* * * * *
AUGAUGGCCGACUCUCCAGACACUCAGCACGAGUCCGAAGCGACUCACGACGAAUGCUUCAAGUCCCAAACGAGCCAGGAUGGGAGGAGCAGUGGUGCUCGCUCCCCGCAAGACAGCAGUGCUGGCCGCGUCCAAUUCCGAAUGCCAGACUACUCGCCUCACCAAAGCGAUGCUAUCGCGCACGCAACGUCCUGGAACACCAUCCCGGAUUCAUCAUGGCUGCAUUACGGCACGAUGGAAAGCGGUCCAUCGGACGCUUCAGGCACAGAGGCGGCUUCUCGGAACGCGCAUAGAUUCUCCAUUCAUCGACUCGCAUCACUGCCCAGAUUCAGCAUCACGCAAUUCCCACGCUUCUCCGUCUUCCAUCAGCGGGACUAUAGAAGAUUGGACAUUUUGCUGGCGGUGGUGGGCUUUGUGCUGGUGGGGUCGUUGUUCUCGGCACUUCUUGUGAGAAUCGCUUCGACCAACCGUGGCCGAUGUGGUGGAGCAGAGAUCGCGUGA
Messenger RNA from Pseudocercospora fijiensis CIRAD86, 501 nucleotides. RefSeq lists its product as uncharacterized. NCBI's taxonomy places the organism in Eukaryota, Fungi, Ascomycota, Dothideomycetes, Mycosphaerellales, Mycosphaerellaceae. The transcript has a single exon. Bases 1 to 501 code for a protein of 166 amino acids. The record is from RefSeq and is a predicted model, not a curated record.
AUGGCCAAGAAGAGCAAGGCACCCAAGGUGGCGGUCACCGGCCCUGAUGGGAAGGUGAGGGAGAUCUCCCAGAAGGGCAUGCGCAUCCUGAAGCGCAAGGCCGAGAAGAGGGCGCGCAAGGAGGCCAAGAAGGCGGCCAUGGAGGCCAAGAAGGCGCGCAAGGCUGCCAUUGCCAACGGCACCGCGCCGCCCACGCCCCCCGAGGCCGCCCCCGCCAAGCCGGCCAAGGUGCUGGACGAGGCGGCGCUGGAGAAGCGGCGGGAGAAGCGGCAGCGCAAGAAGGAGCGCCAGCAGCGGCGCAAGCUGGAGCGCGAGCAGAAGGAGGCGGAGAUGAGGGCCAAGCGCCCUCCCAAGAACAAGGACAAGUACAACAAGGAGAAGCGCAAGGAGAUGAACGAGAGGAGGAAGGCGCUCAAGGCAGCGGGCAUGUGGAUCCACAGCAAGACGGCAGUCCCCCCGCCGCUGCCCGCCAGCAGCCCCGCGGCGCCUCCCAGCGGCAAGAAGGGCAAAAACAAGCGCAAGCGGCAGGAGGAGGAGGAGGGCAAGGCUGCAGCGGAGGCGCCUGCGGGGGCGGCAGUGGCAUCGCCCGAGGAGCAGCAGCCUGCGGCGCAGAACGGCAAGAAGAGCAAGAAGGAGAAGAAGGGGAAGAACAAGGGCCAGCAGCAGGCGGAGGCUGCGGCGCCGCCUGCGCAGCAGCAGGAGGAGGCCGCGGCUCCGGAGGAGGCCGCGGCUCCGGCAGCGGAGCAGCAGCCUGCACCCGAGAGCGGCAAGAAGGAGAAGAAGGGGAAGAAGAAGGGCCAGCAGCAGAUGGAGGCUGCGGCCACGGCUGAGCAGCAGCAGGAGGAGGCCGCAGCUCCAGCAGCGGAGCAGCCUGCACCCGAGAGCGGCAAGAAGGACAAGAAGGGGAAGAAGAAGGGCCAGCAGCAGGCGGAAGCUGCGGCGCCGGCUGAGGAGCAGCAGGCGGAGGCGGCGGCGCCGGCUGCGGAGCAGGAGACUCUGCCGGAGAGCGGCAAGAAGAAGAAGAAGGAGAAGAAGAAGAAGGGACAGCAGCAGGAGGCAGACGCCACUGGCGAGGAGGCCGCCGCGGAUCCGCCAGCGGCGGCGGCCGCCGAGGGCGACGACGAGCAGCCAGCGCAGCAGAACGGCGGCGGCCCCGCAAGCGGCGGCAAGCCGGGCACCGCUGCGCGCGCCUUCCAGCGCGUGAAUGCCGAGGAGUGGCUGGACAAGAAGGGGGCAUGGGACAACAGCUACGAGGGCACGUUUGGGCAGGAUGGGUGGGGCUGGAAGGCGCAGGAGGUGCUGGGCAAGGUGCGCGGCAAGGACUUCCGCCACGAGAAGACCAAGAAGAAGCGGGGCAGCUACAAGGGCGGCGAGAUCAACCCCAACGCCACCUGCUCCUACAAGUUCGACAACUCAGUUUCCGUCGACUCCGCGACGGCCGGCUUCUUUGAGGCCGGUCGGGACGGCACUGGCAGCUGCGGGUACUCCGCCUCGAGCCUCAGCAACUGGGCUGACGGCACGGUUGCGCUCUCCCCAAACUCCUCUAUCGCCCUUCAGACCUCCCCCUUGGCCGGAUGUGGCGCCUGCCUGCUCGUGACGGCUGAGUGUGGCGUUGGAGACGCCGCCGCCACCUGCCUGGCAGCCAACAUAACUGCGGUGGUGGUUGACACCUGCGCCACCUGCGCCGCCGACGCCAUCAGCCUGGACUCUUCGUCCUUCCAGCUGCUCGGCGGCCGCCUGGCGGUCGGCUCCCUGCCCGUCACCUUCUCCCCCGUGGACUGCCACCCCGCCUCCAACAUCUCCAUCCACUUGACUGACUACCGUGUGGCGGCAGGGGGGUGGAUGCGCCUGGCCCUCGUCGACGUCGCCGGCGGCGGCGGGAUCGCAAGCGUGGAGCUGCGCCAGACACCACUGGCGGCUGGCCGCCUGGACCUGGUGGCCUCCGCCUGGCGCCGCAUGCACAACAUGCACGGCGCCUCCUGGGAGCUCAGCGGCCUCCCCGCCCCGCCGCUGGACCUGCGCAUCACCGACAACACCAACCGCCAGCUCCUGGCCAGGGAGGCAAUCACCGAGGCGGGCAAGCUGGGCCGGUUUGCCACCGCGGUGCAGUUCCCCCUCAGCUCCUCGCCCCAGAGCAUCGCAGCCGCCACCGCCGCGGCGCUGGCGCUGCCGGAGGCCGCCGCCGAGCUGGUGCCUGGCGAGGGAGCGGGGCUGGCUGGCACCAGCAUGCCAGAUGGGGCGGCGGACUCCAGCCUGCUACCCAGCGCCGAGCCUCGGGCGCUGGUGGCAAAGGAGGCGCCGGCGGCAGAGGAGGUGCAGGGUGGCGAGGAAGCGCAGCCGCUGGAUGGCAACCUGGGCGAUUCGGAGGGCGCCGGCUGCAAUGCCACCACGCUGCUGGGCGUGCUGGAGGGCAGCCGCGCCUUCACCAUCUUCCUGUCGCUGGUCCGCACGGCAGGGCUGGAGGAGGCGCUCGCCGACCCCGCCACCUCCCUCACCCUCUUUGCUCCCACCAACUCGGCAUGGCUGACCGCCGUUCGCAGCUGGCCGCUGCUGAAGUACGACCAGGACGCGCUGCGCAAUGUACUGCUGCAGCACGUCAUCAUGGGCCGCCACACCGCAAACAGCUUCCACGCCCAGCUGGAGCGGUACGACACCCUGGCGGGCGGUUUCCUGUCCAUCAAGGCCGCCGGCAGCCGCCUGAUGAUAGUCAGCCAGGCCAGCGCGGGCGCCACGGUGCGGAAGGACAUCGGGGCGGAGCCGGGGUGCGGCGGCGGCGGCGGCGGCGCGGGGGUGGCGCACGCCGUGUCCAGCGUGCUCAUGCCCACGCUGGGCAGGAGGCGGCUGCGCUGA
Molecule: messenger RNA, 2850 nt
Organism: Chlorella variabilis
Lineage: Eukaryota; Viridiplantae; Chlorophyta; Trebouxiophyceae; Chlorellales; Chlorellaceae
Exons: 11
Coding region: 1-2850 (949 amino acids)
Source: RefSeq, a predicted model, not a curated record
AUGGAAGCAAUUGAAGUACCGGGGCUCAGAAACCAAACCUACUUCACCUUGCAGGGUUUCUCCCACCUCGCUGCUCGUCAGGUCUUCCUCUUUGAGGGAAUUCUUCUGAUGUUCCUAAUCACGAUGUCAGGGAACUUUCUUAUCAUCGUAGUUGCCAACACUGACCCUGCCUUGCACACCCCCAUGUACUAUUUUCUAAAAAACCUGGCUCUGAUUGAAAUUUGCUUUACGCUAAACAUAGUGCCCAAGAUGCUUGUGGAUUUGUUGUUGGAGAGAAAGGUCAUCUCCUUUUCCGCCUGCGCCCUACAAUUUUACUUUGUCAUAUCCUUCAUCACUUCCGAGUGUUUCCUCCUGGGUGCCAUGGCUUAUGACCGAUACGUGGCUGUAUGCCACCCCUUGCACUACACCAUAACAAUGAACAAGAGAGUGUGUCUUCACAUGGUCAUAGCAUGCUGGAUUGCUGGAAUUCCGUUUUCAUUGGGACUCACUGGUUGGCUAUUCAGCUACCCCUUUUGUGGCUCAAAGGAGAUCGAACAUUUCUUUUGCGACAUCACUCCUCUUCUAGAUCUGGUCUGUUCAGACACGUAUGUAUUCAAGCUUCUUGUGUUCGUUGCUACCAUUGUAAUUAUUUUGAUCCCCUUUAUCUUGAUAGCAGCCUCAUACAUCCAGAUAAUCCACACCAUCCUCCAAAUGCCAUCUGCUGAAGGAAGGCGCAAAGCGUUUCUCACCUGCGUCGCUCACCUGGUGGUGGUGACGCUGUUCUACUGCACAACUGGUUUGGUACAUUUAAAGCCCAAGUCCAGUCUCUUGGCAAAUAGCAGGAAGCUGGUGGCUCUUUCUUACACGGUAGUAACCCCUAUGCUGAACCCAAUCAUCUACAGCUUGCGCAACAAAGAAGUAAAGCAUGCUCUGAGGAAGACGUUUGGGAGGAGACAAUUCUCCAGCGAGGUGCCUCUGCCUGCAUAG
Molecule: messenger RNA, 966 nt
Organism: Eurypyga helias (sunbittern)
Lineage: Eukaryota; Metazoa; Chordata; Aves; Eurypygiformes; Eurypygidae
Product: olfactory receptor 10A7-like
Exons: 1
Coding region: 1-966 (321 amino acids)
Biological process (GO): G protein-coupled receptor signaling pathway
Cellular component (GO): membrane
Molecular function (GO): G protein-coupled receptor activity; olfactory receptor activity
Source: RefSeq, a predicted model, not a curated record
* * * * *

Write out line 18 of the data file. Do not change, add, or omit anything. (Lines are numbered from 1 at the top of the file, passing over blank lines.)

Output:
Cellular component (GO): membrane